Our Tips for a Smooth Start

Our Tips for a Smooth Start


So, the summer is almost over, autumn is nearly here and we all know what that means: the beginning of a new school year! For many parents, after a long summer, a return to a routine is a welcome change. However, for many parents, the beginning of the new school year is a time of slight (or a lot!) of anxiety as they begin a new chapter in their lives along with their little one.

Leaving your child at school for the very first time can often be an intimidating idea and the anxiety of separation is as real for you as it is for your child. Each year, we are very used to nervous parents walking up to our gates on the first day of school and we completely feel for them when they have to leave the person they love the most in the world for the very first time.

For some families, the first week of school is a smooth one: their little one in completely ready to meet their new friends and enter in to this new chapter of their lives. They easily separate from their guardian on the very first day, not shedding one single tear. And then, there are the other families – the majority of families – that have a hard time separating for the very first time. There are a few tears (from both child and parent!) and they need that little bit of extra help!

Well, based on our experience, we are here to try and help make your start to the year a little bit more smooth and a lot more of a pleasant experience with a few simple tips.

A Dry Run

A few days before you are to begin school, drive your child to their new school. Explain to them that this is where they will meet lots of new friends and spend so much time playing with all of the games and activities inside.

It is also important to explain to your child what exactly is going to happen: that you will drive them to school every morning after breakfast (remember that children do not understand time but they do understand time based events such as “breakfast time”) and they will stay to play with their friends while you go and do some work and pick them up as soon as you are done with your work.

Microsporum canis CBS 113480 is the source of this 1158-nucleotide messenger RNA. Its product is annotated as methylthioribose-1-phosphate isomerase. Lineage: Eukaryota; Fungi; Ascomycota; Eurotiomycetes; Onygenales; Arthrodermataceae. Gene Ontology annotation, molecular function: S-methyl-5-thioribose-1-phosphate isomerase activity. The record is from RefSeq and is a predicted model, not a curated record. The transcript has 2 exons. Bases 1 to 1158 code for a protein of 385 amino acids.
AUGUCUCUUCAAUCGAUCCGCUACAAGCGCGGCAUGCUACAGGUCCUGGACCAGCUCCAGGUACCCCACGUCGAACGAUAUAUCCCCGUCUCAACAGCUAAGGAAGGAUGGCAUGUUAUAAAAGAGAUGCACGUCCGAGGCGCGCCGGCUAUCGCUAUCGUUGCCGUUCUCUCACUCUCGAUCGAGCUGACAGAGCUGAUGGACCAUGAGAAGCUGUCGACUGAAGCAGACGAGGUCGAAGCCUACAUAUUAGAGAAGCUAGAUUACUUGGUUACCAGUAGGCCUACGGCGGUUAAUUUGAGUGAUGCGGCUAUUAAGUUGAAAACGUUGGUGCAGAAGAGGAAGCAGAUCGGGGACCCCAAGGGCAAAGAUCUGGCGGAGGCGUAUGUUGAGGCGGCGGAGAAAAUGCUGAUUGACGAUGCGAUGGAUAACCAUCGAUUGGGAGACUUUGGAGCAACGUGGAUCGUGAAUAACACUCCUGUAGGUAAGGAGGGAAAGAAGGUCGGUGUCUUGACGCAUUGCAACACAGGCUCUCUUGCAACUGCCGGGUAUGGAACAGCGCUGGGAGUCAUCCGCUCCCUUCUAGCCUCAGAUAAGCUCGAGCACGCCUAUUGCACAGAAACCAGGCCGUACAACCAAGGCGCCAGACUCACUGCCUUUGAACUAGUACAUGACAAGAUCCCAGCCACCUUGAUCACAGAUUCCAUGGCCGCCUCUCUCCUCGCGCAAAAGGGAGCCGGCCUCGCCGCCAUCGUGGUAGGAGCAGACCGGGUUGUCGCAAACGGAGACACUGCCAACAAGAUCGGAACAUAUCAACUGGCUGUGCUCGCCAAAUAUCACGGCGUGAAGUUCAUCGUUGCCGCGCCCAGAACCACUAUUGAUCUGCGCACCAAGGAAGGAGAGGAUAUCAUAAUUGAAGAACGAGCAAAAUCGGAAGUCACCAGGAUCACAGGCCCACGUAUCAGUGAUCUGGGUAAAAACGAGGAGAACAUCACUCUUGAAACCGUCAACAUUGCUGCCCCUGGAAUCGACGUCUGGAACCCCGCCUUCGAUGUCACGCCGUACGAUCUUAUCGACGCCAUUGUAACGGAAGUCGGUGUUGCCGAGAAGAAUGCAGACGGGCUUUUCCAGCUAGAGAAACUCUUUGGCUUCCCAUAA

It is important that you maintain a positive tone when referring to the school and make your child feel your excitement. When adapting to school, it is always important to remember that your child will feed off your own energy. If you are happy, they will be happy, if you are nervous, they will feel nervous.


If possible, it would be beneficial to show your child photographs of their new school using the school’s website or social media pages. This helps your child familiarize themselves with the environment before they get there so their first day will not be the first time they are seeing the school premises.

The First Day: Do Not Rush but Never Linger

Firstly, and most importantly, as mentioned above, ensure to keep a cap on your own emotions. As with everything, our children look to us very often to decide how they should feel about something. If they sense your nerves, they will not be able to understand why, but they too will feel anxiety. If they see that you are happy, positive and excited, this will have the effect of “if Mummy/Daddy likes this place, that means it must be a happy place”.

When leaving your child, make sure to make this act swift but not too rushed. Leaving too fast may cause your child to panic, but lingering may lead to stirred up emotions.

Never Leave Without Saying Goodbye

Leaving while your child’s back is turned is never a good idea. It can cause insecurities that are often difficult for the child to recover from quickly. You need to help your child understand that there is nothing wrong with goodbyes – remain cheerful and relaxed so that they feel that too! Let them know you love them and that you will always come back. Give them a kiss and a hug and leave swiftly without returning, even if you hear them crying.

Based on our experience, children do not cry for long at all. Once parents are gone, teachers will always use different activities and resources to distract your child and cheer them up.

Finally, try and remember that the adaptation period is temporary and will pass with clear communication, understanding, consistency and cooperation.

Stay calm, be positive and enjoy this new chapter in your child’s life!

Good luck to you all for your new school year!